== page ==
Ford – Sierra RS Cosworth – 1986-1987 (United Kingdom)

The Sierra project was instigated in 1983 by the head of Ford Motorsport to create a competitive competition car. Ford then engaged Cosworth, who had developed the likes of DFV engines for Ford in the sixties and seventies (Cosworth-Ford were very successful in Formula 1 at this period). The Sierra 3-door was selected as the base vehicle, and they improved the Sierra’s performance by fitting a turbocharger and twin overhead camshafts, along with other modifications to achieve a much greater performing Sierra RS Cosworth. The car also featured lowered suspension and aerodynamic aids such as the strategically placed rear spoiler, with comments on the car saying it had an adequate aerodynamic drag.

The RS Cosworth helped to improve the poor, and somewhat undeserved, reputation that the Sierra had earned since its introduction in 1982. It was identifiable in difference to the standard Ford Sierra family saloon thanks to its RS body kit, large rear-spoiler and modified front grille and bumper. Initially 500 cars had to be manufactured for homologation purposes, relating to Group A racing. Production spanned 1986 to 1992 with further models such as the Sierra Sapphire 4-door RS Cosworth and the more powerful Sierra RS Cosworth 500. The car was only offered in three exterior colours (black, white and ‘moonstone’ blue) and one interior colour (grey). The Sierra Cosworth was highly successful car both in rallying and racing, providing a ‘Halo’ effect for the rest of the Ford range.

The Sierra RS Cosworth on display at Dundee Museum of Transport is a 1st generation 3-door model with a 5-speed manual gearbox. Its layout is a front longitudinal engine, which drives the rear wheels. A Cosworth 4-cylinder YBD 1993cc, Garrett Turbocharger, twin camshaft engine develops 204 bhp. It performs 0-60 in 6.5 seconds and has a top speed of 149 mph.

Ford Fiesta – Mk. III – 1996 (1.1 Litre). Charity Car

 

To toast Burns Night, the Dundee Museum of Transport celebrates its’ Tartan exhibit.                               The ‘Highlanders’ Jo Williamson, Gordon Blair, Rick Wright, and Brian Meldrum set out from John O’Groats to Siberia (via the Gobi Desert in Mongolia); and back through Russia. The 14,000 mile (22,500 kilometres) journey in two Ford Fiestas was accomplished to raise money for Findacure: a charity working to promote research into rare and fundamental diseases.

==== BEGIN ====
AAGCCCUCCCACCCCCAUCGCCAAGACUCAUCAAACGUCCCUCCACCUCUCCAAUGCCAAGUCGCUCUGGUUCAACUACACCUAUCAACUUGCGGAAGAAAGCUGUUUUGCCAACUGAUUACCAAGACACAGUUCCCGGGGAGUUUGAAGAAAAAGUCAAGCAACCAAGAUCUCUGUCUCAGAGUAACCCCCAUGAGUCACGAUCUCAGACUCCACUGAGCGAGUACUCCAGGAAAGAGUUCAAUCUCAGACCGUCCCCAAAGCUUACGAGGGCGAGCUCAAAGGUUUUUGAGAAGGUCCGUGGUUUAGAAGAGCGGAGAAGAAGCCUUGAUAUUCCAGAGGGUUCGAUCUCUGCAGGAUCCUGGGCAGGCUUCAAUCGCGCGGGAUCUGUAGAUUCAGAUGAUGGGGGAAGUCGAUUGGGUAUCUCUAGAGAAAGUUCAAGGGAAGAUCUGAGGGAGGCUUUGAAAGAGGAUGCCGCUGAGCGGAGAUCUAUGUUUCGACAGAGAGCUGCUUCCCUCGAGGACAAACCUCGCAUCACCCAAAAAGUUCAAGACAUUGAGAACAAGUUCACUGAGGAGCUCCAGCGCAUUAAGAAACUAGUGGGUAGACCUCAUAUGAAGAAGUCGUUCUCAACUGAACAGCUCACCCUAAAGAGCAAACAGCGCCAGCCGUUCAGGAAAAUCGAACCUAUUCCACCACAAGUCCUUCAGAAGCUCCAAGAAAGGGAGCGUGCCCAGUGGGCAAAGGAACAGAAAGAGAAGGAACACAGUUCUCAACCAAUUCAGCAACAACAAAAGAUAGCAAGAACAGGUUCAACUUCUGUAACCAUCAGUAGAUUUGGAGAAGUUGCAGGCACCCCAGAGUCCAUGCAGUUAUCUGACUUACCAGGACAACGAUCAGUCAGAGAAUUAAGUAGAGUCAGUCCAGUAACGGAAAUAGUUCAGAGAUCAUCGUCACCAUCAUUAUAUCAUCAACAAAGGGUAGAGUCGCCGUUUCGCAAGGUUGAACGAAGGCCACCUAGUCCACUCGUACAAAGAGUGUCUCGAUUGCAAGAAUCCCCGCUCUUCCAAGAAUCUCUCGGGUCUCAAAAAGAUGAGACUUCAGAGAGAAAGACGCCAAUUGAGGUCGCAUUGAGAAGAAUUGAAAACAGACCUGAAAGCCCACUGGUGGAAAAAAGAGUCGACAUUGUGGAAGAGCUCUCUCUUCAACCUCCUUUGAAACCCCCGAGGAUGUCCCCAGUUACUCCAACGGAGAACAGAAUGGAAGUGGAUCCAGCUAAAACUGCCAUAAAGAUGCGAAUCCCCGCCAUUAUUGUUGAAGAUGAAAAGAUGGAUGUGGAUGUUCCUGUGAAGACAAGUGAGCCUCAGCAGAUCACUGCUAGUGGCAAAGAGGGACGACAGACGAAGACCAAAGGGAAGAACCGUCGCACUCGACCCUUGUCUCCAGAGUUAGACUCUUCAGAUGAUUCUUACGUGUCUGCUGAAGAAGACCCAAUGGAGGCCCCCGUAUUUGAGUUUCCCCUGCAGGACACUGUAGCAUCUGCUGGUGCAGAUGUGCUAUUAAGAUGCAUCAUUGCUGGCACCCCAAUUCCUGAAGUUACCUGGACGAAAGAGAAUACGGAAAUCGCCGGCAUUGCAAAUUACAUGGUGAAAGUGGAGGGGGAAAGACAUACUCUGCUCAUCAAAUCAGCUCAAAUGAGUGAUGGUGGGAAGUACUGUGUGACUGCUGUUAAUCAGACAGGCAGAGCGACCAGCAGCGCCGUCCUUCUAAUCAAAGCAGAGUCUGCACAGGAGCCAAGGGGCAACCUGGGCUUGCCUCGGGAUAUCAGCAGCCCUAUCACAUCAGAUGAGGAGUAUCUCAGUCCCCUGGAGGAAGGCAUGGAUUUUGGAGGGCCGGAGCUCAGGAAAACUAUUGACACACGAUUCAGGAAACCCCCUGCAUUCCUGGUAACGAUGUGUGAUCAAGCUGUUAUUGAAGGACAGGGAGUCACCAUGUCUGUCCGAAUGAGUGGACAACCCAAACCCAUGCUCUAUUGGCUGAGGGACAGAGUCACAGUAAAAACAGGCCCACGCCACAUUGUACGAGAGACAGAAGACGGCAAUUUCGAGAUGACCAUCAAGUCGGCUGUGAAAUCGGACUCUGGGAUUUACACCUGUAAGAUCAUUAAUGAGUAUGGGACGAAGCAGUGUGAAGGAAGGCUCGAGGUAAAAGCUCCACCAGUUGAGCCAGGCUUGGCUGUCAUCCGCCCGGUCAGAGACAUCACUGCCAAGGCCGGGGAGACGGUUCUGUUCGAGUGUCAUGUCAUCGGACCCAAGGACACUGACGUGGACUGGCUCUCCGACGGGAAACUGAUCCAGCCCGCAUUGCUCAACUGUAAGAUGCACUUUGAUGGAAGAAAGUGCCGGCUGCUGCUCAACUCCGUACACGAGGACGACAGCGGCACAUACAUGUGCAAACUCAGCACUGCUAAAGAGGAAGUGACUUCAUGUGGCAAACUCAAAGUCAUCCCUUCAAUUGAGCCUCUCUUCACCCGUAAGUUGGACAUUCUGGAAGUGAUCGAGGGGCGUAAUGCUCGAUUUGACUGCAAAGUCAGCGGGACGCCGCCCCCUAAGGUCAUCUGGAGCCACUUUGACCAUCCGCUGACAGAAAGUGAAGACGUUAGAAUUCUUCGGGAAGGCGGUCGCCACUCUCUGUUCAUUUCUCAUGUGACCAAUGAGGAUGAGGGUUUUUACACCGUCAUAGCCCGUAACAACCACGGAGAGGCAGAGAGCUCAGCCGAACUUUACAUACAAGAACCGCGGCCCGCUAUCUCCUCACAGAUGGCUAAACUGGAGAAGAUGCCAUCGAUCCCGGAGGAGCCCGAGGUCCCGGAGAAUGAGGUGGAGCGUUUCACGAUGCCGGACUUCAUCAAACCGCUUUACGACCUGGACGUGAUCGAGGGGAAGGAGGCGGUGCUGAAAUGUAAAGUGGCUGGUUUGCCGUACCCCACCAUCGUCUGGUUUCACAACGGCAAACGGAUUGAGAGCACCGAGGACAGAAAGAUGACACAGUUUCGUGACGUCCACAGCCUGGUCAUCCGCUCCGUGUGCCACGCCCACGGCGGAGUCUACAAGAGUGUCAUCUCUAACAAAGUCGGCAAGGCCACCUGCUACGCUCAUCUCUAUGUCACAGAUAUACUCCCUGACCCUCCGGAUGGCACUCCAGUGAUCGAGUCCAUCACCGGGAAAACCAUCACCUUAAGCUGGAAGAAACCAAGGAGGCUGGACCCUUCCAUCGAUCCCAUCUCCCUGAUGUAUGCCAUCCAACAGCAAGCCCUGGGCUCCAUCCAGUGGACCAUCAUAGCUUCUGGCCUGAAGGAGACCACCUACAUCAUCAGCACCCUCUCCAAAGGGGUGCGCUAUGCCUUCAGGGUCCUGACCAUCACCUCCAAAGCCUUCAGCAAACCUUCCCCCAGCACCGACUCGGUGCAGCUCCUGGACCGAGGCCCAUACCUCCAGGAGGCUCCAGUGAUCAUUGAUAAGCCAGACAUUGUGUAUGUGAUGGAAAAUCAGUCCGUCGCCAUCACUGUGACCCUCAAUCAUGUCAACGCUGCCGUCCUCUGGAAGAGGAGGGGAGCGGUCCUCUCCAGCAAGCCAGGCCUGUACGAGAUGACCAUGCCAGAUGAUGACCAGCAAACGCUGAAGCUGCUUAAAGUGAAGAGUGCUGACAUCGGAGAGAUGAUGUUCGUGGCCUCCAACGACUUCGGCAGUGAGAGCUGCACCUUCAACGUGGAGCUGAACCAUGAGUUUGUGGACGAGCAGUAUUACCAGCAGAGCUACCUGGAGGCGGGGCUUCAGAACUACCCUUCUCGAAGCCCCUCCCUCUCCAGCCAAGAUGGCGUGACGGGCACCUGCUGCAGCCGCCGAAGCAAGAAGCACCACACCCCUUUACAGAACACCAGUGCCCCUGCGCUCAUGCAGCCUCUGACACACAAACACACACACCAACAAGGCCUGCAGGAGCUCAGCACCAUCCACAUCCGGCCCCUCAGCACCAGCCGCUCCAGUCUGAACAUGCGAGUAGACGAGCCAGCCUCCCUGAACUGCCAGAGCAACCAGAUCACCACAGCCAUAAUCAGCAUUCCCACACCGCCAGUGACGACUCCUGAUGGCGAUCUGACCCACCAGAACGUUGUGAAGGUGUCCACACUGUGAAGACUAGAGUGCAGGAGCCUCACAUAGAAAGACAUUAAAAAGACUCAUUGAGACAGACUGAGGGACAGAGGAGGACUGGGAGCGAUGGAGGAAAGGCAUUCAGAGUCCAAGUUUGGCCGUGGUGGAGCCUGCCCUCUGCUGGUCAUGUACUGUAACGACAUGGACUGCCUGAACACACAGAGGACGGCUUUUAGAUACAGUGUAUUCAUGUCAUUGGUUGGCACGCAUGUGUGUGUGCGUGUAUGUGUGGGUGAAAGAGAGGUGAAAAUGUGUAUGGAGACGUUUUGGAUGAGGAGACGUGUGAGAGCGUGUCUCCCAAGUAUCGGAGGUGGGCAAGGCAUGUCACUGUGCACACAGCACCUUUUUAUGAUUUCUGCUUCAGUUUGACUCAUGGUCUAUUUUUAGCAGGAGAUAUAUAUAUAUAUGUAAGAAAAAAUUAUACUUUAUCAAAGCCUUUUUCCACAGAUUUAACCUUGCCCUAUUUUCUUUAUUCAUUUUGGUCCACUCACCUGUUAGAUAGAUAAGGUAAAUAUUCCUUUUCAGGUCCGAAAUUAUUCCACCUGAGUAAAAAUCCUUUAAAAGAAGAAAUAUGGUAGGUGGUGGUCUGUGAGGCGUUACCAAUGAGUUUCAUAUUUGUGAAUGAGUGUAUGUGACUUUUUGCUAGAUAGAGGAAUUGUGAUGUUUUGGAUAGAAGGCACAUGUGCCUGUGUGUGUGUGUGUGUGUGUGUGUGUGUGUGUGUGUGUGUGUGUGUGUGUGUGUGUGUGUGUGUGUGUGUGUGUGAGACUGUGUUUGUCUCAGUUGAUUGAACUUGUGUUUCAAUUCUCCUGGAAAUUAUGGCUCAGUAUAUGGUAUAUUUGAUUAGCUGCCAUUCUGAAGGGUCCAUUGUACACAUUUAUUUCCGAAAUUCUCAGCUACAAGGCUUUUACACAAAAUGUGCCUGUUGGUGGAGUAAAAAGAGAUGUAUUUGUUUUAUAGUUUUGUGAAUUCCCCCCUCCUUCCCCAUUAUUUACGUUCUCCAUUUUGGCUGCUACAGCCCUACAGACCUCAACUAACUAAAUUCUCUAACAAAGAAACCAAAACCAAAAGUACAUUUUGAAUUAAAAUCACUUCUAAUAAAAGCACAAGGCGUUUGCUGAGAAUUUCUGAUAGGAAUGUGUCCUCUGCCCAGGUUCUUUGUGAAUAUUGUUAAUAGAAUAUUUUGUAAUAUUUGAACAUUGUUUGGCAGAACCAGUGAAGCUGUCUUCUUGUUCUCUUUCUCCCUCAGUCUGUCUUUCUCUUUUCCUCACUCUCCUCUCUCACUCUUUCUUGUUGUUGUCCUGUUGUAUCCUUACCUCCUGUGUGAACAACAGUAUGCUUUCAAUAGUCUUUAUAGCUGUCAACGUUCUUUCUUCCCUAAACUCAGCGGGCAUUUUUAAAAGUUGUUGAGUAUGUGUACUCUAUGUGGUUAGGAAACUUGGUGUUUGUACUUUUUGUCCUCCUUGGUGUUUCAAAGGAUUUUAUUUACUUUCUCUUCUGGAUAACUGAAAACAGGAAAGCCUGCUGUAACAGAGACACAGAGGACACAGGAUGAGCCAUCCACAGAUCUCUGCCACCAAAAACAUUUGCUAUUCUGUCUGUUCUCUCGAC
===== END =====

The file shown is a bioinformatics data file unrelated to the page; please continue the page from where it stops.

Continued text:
Jo Williamson sadly lost his wife to a rare form cancer caused by a faulty hereditary gene. The money raised is going towards research into potential treatments to find a cure for Phaeochromocytoma. Jo’s twins have the SDH-B gene and medical issues, while there is also a risk that their children could inherit the disease.

£30,000 had been pledged to Gordon and Jo before the journey took place. The no back-up vehicle or support crew drive took nearly eight weeks, travelling through 24 countries with the Highlanders raising the profile of the terrible disease Phaeochromocytoma. They also received donations for Findacure as they travelled.

Gordon Blair had the task of selecting two suitable cars, and having considered several makes, identical Fiestas were selected for their tough reputation and simple mechanics. Semi-independent torsion beam rear suspension helped the ride and refinement. The Mk. III was the first model to get Ford’s mechanical anti-lock braking system and featured a lean-burn engine. The two cars did not feature any electronics – so there was less to go wrong. Both cars performed without problems and returned safely to Perth.

The DMofT received one of the cars as a donation: to preserve the vehicle as an achievement, and keep the cause publicised. It is presented as it returned; although the mud on the outside has been removed, you can still see the dust of the Gobi Desert and Mongol Rally route on the dashboard inside the car!

Driving the route in Central Asia.
The Fiesta’s induction into the Dundee Museum of Transport.

 

Standard Motor Company – Little Nine – 1933 (United Kingdom)

Founded in Coventry in 1903 by R.W. Maudslay, the Standard Motor Company was financed by Sir John Wolfe-Barry through a £3,000 gift.

Their first car was in production by the end of 1903 and featured a single cylinder engine. Production had increased thanks to expansion into larger 6-cylinder engine cars by 1906. To accommodate this, a new factory was moved in to; though the company had switched to aviation production during the First World War and manufactured over 1,000 aircraft.

The post-First World War era saw vehicle production resume, with 10,000 cars manufactured by 1924. Smaller and more streamlined vehicles were being produced by the late 1920s: such as the fabric bodied 9hp Fulham. Other manufacturers including Jensen, Avon, and Swallow were to purchase Standard Motor Company chassis.

The rear-wheel drive 1933 Standard Little Nine had two main bearings, coil ignition, 12-volt electrics, four speed silent third gearbox, and a cart spring frame. It had a 1,005cc/1,006cc 4-cylinder side valve engine producing 22bhp with a top speed of 54/55mph. Weighing 16cwt, the Standard Nine was the smallest and cheapest car available from the Standard Motor Company in the early 1930s (costing around £145 at the time). This was regarded during the period as expensive for a ‘family car’, though this model sold well with the ‘upper echelons of society’.